Daniel Pipes, director of the Middle East Forum and prize-winning columnist for the New York Post, argued that radical Muslims have been attacking America for more than 24 years during a speech Monday evening.
While many Americans believe that the war against terror began directly after Sept. 11, 2001, Pipes told about 200 people gathered at the School of Law that "Islamists" killed 800 Americans in the years leading up to the Sept. 11 attacks. He emphasized that America is still at war with such terrorists.
"Deeming terrorism the enemy is very superficial," Pipes said. "We are at war with militant Islam. Radical Islamists are America's strategic enemy."
Pipes is the founder of Campuswatch.org, a Web site that monitors and critiques Middle Eastern studies in schools across North America.
While some opponents have attacked the site for singling out individual professors it labels as anti-Israel, Pipes said that the site's aim is to improve the quality of college learning.
"Academics are not infallible," Pipes said during the question and answer section of his speech. "And it is the public's job to make sure the Middle East is portrayed accurately."
Pipes defined Islamists as strict practitioners of Islamic ideology who transformed Islamic philosophy to further their own purpose.
Equating the movement to fascism, Pipes said Islamists seek power and will resort with brutality against anyone who disagrees with them. He added that the faction comprises about 10 to 15 percent of the entire Muslim population and dominates America's Muslim movement.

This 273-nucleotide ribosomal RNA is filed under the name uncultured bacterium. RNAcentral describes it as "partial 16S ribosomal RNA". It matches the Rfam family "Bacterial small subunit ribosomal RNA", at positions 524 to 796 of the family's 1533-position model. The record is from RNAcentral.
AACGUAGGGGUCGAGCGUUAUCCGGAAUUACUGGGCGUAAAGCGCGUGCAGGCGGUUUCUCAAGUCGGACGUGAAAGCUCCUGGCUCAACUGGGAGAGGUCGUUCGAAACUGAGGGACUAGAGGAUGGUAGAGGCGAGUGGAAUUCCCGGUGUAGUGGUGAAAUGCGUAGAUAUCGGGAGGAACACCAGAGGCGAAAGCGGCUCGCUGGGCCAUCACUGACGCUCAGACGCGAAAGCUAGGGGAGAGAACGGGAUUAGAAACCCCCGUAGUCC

"Militant Islam offers approximately one out of every eight Muslims a solution to the dark sense of things having gone deeply wrong," Pipes said.
Militant Islamists, Pipes said, believe that the Middle East has not prospered during the past 200 years because traditional Islamic practices have been lost.
He said that the commonality that binds these Islamists together is their shared sense of enmity toward the United States.
Because the Middle East was the most flourishing region of the world during medieval times, radical Islamists feel that the region can only regain its status and power by adhering to old Islamic traditions, he said.
But Pipes argued that his views about radical Islamists were separate from his perception of the Muslim religion.
Although many of Pipes' critics charge that he wholly opposes the Islamic movement, Pipes said he believes that militant Islam needs to be defeated so that a non-totalitarian Islam can take root in its place.
Kenneth Stein, the Shatten professor of contemporary Middle Eastern history and Israeli studies, said Pipes gave students an objective and realistic perspective on the situation in the Middle East.
Stein added that he supported Pipes' Web site.
"People tend to use the academic podium to foster politics when they should be fostering learning," he said. "We in the academic world have a contract with our students to teach them diligently how to think, not what to think. Many don't understand that this is exactly what Daniel is trying to accomplish."